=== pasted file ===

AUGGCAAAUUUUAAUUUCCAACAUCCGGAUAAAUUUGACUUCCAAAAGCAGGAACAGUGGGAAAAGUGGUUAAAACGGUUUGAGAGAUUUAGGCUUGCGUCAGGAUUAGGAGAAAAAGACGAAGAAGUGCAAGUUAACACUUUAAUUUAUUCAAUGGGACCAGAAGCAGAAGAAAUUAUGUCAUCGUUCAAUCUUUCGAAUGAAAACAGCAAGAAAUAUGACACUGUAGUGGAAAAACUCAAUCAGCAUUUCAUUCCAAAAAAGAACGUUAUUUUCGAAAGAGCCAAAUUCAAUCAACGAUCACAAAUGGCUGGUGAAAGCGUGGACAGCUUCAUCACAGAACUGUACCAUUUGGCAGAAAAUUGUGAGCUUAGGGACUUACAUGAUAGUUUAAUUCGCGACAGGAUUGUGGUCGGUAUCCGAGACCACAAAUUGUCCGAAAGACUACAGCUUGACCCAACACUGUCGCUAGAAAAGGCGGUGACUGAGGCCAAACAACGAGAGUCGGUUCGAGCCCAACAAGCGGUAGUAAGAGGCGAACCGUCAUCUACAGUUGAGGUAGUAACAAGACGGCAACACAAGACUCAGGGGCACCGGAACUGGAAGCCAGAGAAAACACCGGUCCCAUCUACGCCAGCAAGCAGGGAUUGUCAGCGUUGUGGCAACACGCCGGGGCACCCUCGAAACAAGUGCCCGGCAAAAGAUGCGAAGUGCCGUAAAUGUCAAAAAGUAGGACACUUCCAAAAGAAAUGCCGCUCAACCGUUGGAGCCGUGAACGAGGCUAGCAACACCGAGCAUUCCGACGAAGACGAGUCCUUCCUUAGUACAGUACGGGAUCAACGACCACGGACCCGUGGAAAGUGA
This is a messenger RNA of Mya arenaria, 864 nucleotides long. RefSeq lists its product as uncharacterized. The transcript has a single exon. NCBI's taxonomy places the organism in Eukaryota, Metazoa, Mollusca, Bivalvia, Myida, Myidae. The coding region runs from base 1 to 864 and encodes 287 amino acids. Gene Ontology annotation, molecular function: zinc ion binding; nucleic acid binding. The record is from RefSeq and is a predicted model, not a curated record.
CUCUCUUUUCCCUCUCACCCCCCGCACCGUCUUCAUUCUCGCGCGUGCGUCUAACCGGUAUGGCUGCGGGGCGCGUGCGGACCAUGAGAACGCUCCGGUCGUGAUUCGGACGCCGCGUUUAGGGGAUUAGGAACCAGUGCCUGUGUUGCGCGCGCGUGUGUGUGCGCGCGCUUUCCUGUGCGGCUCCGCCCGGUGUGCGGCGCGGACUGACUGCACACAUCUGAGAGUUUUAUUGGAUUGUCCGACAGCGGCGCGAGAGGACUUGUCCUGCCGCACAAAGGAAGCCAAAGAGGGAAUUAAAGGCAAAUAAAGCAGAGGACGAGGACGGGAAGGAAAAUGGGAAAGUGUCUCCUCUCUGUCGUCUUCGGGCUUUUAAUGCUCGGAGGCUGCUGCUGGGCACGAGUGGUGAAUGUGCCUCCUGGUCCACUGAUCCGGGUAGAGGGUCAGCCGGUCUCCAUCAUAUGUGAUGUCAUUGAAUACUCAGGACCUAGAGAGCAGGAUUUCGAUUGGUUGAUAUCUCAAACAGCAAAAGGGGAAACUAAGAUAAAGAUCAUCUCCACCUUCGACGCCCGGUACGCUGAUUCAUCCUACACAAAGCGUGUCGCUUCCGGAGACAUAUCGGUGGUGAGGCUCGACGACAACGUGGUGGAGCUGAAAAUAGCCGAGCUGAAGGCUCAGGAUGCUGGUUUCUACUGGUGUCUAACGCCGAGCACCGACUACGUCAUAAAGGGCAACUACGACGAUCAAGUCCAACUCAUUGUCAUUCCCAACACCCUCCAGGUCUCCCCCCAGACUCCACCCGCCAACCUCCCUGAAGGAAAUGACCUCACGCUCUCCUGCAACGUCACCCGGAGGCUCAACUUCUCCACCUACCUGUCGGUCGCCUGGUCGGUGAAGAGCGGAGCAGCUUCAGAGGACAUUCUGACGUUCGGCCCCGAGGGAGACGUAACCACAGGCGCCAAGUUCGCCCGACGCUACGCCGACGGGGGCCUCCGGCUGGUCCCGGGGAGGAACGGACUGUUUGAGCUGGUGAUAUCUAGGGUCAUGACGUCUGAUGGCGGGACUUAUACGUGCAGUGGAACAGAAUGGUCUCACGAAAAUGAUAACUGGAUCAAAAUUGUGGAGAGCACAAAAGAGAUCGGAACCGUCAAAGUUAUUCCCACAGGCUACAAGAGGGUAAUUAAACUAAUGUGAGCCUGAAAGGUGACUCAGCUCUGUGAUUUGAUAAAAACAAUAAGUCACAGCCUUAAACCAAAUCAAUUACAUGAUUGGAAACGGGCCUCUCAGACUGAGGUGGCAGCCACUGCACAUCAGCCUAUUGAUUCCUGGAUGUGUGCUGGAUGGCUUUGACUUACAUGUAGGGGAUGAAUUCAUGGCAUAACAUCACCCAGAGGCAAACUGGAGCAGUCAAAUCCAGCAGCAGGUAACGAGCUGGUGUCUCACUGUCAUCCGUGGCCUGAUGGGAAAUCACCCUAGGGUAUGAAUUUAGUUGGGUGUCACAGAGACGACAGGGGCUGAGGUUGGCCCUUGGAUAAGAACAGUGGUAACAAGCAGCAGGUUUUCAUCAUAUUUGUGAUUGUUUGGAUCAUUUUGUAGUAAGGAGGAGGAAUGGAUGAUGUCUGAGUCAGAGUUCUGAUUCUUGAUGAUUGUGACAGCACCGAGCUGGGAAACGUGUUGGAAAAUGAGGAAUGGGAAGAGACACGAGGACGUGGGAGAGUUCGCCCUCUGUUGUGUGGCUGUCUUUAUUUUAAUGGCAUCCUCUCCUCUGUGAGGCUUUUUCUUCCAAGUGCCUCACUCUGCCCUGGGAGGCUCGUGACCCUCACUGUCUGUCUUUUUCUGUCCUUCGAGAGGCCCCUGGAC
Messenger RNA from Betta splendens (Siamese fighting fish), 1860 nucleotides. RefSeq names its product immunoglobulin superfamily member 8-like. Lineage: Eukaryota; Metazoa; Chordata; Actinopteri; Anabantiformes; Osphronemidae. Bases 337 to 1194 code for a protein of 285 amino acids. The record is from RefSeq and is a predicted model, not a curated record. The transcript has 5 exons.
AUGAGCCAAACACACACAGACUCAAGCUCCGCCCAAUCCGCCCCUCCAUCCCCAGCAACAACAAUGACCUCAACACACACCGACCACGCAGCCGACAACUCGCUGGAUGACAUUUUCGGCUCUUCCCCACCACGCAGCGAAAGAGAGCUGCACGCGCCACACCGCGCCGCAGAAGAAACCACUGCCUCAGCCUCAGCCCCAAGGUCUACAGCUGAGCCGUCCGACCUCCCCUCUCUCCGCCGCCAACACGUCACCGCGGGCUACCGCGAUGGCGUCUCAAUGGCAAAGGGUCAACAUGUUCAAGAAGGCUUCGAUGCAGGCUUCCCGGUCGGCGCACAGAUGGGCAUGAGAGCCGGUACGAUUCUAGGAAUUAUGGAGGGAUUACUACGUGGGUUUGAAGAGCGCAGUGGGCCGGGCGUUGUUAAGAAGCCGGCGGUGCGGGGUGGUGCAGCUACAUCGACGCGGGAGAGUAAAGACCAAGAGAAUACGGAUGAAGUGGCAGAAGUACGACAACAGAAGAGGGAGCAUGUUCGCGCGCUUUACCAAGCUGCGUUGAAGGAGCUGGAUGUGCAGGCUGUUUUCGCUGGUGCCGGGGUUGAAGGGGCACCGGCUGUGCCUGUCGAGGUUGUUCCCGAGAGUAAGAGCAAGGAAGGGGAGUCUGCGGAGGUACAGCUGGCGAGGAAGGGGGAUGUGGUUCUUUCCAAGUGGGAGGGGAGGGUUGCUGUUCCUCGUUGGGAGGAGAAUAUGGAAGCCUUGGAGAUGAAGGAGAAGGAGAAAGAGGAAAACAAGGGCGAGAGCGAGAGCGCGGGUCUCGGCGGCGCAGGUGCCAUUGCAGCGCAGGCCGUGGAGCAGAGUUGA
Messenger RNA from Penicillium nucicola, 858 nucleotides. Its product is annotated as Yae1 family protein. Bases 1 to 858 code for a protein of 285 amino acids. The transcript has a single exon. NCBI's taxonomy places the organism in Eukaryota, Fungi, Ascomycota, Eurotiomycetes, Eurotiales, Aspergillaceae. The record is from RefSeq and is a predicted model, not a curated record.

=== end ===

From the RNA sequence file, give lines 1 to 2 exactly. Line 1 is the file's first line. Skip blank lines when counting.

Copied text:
AUGGCAAAUUUUAAUUUCCAACAUCCGGAUAAAUUUGACUUCCAAAAGCAGGAACAGUGGGAAAAGUGGUUAAAACGGUUUGAGAGAUUUAGGCUUGCGUCAGGAUUAGGAGAAAAAGACGAAGAAGUGCAAGUUAACACUUUAAUUUAUUCAAUGGGACCAGAAGCAGAAGAAAUUAUGUCAUCGUUCAAUCUUUCGAAUGAAAACAGCAAGAAAUAUGACACUGUAGUGGAAAAACUCAAUCAGCAUUUCAUUCCAAAAAAGAACGUUAUUUUCGAAAGAGCCAAAUUCAAUCAACGAUCACAAAUGGCUGGUGAAAGCGUGGACAGCUUCAUCACAGAACUGUACCAUUUGGCAGAAAAUUGUGAGCUUAGGGACUUACAUGAUAGUUUAAUUCGCGACAGGAUUGUGGUCGGUAUCCGAGACCACAAAUUGUCCGAAAGACUACAGCUUGACCCAACACUGUCGCUAGAAAAGGCGGUGACUGAGGCCAAACAACGAGAGUCGGUUCGAGCCCAACAAGCGGUAGUAAGAGGCGAACCGUCAUCUACAGUUGAGGUAGUAACAAGACGGCAACACAAGACUCAGGGGCACCGGAACUGGAAGCCAGAGAAAACACCGGUCCCAUCUACGCCAGCAAGCAGGGAUUGUCAGCGUUGUGGCAACACGCCGGGGCACCCUCGAAACAAGUGCCCGGCAAAAGAUGCGAAGUGCCGUAAAUGUCAAAAAGUAGGACACUUCCAAAAGAAAUGCCGCUCAACCGUUGGAGCCGUGAACGAGGCUAGCAACACCGAGCAUUCCGACGAAGACGAGUCCUUCCUUAGUACAGUACGGGAUCAACGACCACGGACCCGUGGAAAGUGA
This is a messenger RNA of Mya arenaria, 864 nucleotides long. RefSeq lists its product as uncharacterized. The transcript has a single exon. NCBI's taxonomy places the organism in Eukaryota, Metazoa, Mollusca, Bivalvia, Myida, Myidae. The coding region runs from base 1 to 864 and encodes 287 amino acids. Gene Ontology annotation, molecular function: zinc ion binding; nucleic acid binding. The record is from RefSeq and is a predicted model, not a curated record.